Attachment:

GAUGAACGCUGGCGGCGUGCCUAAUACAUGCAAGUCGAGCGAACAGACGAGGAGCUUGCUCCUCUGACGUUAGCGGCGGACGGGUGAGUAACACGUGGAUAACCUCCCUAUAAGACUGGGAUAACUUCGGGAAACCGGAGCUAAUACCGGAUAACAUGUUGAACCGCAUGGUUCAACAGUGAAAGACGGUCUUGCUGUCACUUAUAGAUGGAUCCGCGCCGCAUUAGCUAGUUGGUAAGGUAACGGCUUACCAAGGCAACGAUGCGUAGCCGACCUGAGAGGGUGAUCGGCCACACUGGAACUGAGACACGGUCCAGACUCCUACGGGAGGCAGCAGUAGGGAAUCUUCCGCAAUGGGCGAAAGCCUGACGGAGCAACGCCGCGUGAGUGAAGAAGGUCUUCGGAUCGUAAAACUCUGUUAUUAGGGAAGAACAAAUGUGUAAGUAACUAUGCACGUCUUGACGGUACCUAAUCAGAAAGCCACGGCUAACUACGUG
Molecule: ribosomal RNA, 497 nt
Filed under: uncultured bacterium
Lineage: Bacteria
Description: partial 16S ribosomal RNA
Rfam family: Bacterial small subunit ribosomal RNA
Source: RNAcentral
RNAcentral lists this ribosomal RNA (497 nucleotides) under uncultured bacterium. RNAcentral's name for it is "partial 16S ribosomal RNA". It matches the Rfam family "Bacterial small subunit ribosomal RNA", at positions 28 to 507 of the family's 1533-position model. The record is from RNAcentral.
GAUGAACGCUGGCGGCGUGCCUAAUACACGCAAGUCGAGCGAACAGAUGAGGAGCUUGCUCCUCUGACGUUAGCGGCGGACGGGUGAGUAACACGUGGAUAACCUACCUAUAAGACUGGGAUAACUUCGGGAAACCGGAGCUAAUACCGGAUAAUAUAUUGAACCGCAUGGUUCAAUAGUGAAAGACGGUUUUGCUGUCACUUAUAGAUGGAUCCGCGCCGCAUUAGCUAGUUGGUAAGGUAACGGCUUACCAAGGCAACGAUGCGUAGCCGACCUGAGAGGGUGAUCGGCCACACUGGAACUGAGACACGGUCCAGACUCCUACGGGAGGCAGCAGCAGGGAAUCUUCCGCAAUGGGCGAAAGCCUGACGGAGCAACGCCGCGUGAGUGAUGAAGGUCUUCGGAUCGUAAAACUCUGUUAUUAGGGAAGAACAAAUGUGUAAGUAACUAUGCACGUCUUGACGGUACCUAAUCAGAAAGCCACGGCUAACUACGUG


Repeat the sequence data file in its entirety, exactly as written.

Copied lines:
GAUGAACGCUGGCGGCGUGCCUAAUACAUGCAAGUCGAGCGAACAGACGAGGAGCUUGCUCCUCUGACGUUAGCGGCGGACGGGUGAGUAACACGUGGAUAACCUCCCUAUAAGACUGGGAUAACUUCGGGAAACCGGAGCUAAUACCGGAUAACAUGUUGAACCGCAUGGUUCAACAGUGAAAGACGGUCUUGCUGUCACUUAUAGAUGGAUCCGCGCCGCAUUAGCUAGUUGGUAAGGUAACGGCUUACCAAGGCAACGAUGCGUAGCCGACCUGAGAGGGUGAUCGGCCACACUGGAACUGAGACACGGUCCAGACUCCUACGGGAGGCAGCAGUAGGGAAUCUUCCGCAAUGGGCGAAAGCCUGACGGAGCAACGCCGCGUGAGUGAAGAAGGUCUUCGGAUCGUAAAACUCUGUUAUUAGGGAAGAACAAAUGUGUAAGUAACUAUGCACGUCUUGACGGUACCUAAUCAGAAAGCCACGGCUAACUACGUG
Molecule: ribosomal RNA, 497 nt
Filed under: uncultured bacterium
Lineage: Bacteria
Description: partial 16S ribosomal RNA
Rfam family: Bacterial small subunit ribosomal RNA
Source: RNAcentral
RNAcentral lists this ribosomal RNA (497 nucleotides) under uncultured bacterium. RNAcentral's name for it is "partial 16S ribosomal RNA". It matches the Rfam family "Bacterial small subunit ribosomal RNA", at positions 28 to 507 of the family's 1533-position model. The record is from RNAcentral.
GAUGAACGCUGGCGGCGUGCCUAAUACACGCAAGUCGAGCGAACAGAUGAGGAGCUUGCUCCUCUGACGUUAGCGGCGGACGGGUGAGUAACACGUGGAUAACCUACCUAUAAGACUGGGAUAACUUCGGGAAACCGGAGCUAAUACCGGAUAAUAUAUUGAACCGCAUGGUUCAAUAGUGAAAGACGGUUUUGCUGUCACUUAUAGAUGGAUCCGCGCCGCAUUAGCUAGUUGGUAAGGUAACGGCUUACCAAGGCAACGAUGCGUAGCCGACCUGAGAGGGUGAUCGGCCACACUGGAACUGAGACACGGUCCAGACUCCUACGGGAGGCAGCAGCAGGGAAUCUUCCGCAAUGGGCGAAAGCCUGACGGAGCAACGCCGCGUGAGUGAUGAAGGUCUUCGGAUCGUAAAACUCUGUUAUUAGGGAAGAACAAAUGUGUAAGUAACUAUGCACGUCUUGACGGUACCUAAUCAGAAAGCCACGGCUAACUACGUG